A mystical shaman, returning bandmates, and grinding riffs renew thrash kings Testament

Testament metal Metallica With Soilent Green. 7 p.m. Friday, May 2, at Peabody's, 2083 East 21st Street, $28, $24 ADV, 216-776-9999.
Nothing like a little Testament to brighten up a dreary landscape pic.
Nothing like a little Testament to brighten up a dreary landscape pic.

Filled with spirits, prophecies, and demons, Testament's music and story are better than most bands'. The details of the group's 20-plus-year history, though, are quite common: Popular 1980s thrashers make some landmark records. The band fractures. The music changes. A major-label deal dissipates. Sixteen replacement players rotate through the group, keeping the name alive with more tours and more albums. Metal makes a comeback. Classic lineup reunites.

Depending on how you want to score it, Testament ranks as either the No. 5 or 6 all-time-greatest thrash band — the riff-roaring kings of the junior varsity, trailing behind Metallica, Slayer, Anthrax, and Megadeth. What distinguishes the San Francisco group is the fact that it got heavier as the years went by. But it wasn't a steady progression.

Creative differences fractured the peak lineup, which featured wunderkind guitarist Alex Skolnick, now part of the arena-packing Christmas-metal crew Trans-Siberian Orchestra. Skolnick was just 15 when he joined Testament, and by 1992, he was itching to try something new. He left after the tepidly received The Ritual album.

Low, from 1994, introduced growling death metal to the band's repertoire and countered it with "Trail of Tears," a six-minute ballad that lamented the bloody destruction of singer Chuck Billy's Native American culture. The album marked the end of Testament's commercial aspirations. But not its career. "All we knew was that the fans admired our early stuff, and we always knew we had to stay true to that," recalls Billy, one of two members who have been with the band since the 1987 masterpiece The Legacy. "So we started getting heavier and stepping back to our roots."

Billy's father had grown up on a Pomo tribe reservation, but he didn't want his kids to. As a child, Billy was vaguely aware of his heritage. In 2000, one of his friends told him she wanted him to meet another pal, a Native American medicine man named Charlie. Later, she said she had a dream in which Billy and the shaman were sitting around a campfire, putting on war paint and preparing for battle. Billy laughed it off.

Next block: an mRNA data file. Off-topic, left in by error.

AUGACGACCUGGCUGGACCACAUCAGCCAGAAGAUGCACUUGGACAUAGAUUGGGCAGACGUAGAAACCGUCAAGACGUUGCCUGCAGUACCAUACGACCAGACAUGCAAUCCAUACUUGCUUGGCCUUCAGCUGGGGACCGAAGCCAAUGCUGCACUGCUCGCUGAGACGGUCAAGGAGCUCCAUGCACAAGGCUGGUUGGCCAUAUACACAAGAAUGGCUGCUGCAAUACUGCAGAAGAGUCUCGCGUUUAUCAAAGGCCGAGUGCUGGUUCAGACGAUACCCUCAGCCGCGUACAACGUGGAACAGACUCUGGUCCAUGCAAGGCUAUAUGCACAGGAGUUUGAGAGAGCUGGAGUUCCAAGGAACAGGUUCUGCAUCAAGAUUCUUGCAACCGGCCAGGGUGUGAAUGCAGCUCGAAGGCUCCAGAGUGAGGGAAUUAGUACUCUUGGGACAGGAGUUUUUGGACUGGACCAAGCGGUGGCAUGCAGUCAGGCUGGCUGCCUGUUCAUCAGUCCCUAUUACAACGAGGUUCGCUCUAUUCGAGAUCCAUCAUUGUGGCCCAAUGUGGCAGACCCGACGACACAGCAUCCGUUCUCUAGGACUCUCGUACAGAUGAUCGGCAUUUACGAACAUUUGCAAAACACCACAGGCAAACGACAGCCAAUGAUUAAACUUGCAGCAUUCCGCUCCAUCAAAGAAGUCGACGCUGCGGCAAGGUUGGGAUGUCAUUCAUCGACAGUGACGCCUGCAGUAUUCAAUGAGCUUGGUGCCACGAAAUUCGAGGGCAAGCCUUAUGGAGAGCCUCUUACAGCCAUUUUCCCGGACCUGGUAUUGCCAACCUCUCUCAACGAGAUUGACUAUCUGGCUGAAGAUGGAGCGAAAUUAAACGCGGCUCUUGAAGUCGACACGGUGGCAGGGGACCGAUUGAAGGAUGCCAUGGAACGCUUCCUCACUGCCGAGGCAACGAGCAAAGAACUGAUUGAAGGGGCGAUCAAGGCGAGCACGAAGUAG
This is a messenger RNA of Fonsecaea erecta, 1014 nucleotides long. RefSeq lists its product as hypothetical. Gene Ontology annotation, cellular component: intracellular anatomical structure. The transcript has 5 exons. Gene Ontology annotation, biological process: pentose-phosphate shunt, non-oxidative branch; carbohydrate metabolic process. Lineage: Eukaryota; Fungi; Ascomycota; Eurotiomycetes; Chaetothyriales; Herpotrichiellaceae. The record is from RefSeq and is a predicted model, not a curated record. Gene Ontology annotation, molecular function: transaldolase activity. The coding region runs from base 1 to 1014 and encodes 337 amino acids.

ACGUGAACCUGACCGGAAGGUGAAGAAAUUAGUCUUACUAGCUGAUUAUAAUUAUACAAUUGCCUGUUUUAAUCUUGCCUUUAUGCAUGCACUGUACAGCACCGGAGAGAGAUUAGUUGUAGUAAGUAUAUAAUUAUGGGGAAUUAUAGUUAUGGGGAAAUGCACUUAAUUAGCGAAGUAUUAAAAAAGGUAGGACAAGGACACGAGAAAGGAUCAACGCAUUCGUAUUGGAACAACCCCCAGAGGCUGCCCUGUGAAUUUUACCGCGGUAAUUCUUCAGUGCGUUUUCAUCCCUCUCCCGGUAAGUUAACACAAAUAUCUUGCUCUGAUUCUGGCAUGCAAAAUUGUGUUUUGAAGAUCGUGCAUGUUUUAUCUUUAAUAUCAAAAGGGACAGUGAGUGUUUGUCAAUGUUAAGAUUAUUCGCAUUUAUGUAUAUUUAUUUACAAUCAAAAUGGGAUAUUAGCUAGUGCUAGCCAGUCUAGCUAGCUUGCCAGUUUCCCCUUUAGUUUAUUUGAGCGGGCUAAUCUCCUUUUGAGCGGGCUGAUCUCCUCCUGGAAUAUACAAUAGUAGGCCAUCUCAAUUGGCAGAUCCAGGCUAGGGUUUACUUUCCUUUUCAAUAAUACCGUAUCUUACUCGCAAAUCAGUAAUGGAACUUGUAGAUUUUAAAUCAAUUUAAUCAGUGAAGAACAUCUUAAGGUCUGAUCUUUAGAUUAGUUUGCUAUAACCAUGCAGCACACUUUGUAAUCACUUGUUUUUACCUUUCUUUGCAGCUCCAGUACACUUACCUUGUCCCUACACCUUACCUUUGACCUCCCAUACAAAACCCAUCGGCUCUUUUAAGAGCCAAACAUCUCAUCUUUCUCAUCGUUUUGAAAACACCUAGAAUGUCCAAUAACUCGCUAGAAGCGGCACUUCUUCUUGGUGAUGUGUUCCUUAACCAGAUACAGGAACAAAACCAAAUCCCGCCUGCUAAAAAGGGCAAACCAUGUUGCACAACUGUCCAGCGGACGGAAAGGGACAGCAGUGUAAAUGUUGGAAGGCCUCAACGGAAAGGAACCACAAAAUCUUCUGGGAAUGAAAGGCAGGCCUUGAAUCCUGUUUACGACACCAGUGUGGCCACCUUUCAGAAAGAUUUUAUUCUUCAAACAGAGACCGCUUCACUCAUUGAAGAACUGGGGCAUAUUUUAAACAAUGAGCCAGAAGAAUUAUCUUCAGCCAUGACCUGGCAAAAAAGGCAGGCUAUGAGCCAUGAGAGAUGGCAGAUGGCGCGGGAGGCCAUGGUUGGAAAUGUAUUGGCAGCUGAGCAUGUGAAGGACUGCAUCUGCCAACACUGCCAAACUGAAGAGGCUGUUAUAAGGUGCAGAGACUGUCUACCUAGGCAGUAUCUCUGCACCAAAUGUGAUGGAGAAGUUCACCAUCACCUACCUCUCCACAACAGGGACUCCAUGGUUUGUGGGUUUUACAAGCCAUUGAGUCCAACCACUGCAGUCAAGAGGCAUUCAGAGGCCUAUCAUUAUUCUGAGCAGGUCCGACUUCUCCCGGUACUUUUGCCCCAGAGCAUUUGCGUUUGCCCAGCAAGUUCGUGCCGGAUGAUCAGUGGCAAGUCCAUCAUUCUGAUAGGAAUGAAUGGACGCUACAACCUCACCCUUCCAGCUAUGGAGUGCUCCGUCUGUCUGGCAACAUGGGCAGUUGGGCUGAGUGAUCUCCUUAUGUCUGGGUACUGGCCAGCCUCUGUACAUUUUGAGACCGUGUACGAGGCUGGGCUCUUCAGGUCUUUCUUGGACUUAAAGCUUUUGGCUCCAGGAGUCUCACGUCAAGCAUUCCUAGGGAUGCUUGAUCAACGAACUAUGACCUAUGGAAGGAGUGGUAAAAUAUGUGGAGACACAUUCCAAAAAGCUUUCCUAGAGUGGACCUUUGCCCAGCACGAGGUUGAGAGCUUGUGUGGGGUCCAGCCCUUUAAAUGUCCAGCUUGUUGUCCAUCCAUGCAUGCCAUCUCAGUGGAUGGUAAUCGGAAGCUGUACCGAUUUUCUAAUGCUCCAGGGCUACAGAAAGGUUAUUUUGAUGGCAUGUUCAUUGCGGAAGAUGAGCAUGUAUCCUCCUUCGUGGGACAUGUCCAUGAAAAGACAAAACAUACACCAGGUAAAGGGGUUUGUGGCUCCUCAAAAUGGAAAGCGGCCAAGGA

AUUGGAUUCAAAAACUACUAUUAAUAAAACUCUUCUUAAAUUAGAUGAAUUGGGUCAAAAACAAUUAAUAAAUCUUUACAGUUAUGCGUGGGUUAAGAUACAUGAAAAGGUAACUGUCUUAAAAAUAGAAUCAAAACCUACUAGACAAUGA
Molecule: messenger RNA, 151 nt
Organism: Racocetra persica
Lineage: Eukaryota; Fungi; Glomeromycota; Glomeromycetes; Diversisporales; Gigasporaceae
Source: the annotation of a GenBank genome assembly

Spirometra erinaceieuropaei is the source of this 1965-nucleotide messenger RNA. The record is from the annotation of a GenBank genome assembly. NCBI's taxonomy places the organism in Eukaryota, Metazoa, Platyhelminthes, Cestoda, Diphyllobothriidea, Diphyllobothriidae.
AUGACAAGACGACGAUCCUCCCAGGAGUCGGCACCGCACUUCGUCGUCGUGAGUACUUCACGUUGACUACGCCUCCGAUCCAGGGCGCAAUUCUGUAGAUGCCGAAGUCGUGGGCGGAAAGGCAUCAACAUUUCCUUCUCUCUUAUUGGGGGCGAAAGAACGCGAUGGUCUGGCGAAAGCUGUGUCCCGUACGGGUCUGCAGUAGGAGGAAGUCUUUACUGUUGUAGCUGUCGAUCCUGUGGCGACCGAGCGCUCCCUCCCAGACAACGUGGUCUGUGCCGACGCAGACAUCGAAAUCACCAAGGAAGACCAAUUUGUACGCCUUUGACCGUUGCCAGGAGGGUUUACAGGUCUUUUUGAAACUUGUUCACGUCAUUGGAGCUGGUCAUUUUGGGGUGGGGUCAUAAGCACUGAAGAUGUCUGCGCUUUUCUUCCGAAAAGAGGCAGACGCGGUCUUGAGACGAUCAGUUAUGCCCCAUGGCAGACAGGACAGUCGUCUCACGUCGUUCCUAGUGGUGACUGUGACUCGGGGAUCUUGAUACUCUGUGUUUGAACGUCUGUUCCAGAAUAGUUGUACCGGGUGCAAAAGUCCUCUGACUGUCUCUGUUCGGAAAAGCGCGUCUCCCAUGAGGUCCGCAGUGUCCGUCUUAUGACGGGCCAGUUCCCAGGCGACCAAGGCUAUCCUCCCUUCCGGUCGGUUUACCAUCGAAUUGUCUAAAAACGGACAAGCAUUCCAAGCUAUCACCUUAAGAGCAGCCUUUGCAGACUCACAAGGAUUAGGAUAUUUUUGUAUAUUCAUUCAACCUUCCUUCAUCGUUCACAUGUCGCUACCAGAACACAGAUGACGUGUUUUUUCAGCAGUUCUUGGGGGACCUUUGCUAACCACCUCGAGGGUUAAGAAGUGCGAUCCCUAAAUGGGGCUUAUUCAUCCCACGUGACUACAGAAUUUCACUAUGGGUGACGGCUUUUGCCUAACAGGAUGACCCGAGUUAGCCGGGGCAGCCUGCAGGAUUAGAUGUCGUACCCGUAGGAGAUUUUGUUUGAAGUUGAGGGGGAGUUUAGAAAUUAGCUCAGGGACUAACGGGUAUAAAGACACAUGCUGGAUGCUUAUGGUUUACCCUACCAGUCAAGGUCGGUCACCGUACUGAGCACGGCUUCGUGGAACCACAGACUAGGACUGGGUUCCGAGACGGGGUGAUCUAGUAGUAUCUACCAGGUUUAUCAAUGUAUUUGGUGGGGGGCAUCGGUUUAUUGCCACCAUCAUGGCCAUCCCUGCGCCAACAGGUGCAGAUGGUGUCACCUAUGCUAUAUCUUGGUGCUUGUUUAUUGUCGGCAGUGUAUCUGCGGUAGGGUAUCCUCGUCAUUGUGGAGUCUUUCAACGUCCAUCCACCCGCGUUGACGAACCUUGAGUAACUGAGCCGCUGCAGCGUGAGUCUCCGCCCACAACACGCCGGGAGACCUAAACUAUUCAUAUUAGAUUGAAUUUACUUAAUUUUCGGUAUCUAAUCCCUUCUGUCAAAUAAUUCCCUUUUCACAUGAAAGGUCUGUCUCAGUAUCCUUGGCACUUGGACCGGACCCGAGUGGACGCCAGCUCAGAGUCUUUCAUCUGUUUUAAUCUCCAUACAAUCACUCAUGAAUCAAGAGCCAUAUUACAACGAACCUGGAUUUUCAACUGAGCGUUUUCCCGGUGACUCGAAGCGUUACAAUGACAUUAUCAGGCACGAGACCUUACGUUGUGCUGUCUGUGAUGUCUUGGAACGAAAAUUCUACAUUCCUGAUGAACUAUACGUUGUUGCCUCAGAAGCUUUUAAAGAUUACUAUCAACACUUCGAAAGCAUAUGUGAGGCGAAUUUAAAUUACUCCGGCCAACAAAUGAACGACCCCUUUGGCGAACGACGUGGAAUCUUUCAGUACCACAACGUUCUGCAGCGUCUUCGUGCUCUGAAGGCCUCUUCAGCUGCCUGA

Months later, he was diagnosed with cancer. Doctors found a tumor the size of a squash in his chest cavity. Billy battled the disease for the next two years and began taking steroids to offset a five-days-a-week chemotherapy regimen. His 6-foot-4 frame quickly ballooned from all the water weight. One day, Billy was reeling from the treatments when Charlie showed up at his door, offering to perform a healing ceremony.

The medicine man cleared Billy's living-room floor and told the singer to lie down and close his eyes. Charlie then took Billy on a healing journey, which the Testament frontman today refers to as a "mystical experience." Billy felt the healer dancing around him, chanting and playing a flute. Feeling like he was floating into space, he recalls hearing both howls and blowing wind, as Charlie invoked Mother Earth. The medicine man brushed an eagle feather across Billy's chest, and he felt something move inside. After finishing the ritual, Charlie told him, "The wind is going to be your spirit guide to get you through all this."

A few weeks later, Billy was woken by the sound of wind blowing furniture into the swimming pool. The treatments had been causing stomach problems, so he went to a downstairs bathroom, hoping to shake something loose. While seated on the toilet, he looked outside and noticed beer cans spiraling in the air, spinning around in a funnel cloud. Then his bowels moved, and he felt the sickness leave his body.

"Right then, the beer cans hit the ground," recalls Billy. "It was like a movie. I woke my wife up and said, 'I don't have cancer anymore.' I went to the doctor that week, and the doctor said the tumor wasn't cancerous anymore."

After two more trips to healers and a nine-hour operation, the shrunken tumor disappeared. The doctors declared Billy cancer-free. "I believe 100 percent that [Native American medicine] cured me," says Billy, who was so moved, he began digging up his roots. "That's what got me through. It was definitely a very spiritual, enlightening time of my life."

The sickness also helped heal Billy's band. Friends — including Skolnick — held a benefit concert to offset a mountain of medical bills. Billy even performed a song. Skolnick rejoined Testament in 2001, re-recording some of the group's old songs on First Strike Still Deadly. A European promoter lured Legacy-era members back into the fold for one show in 2005. That show eventually turned into an entire tour, which led to talk about a new album.

While the recently released Formation of Damnation doesn't quite recapture the headbanging groove of The Legacy, the recognizable crunch of Skolnick and never-departed guitarist Eric Peterson makes the record a worthy sequel to 1988's The New Order. "As long as Alex wants to do it and we're having fun," says Billy, "I think we'll be doing this for a while.

"The music is keeping me younger. I haven't grayed. I figure, one day I'm going to turn that corner. But I look at my heroes, like [Ronnie James] Dio and [Rob] Halford, and say, 'They're still rocking.' Hopefully, I can follow in their shoes."

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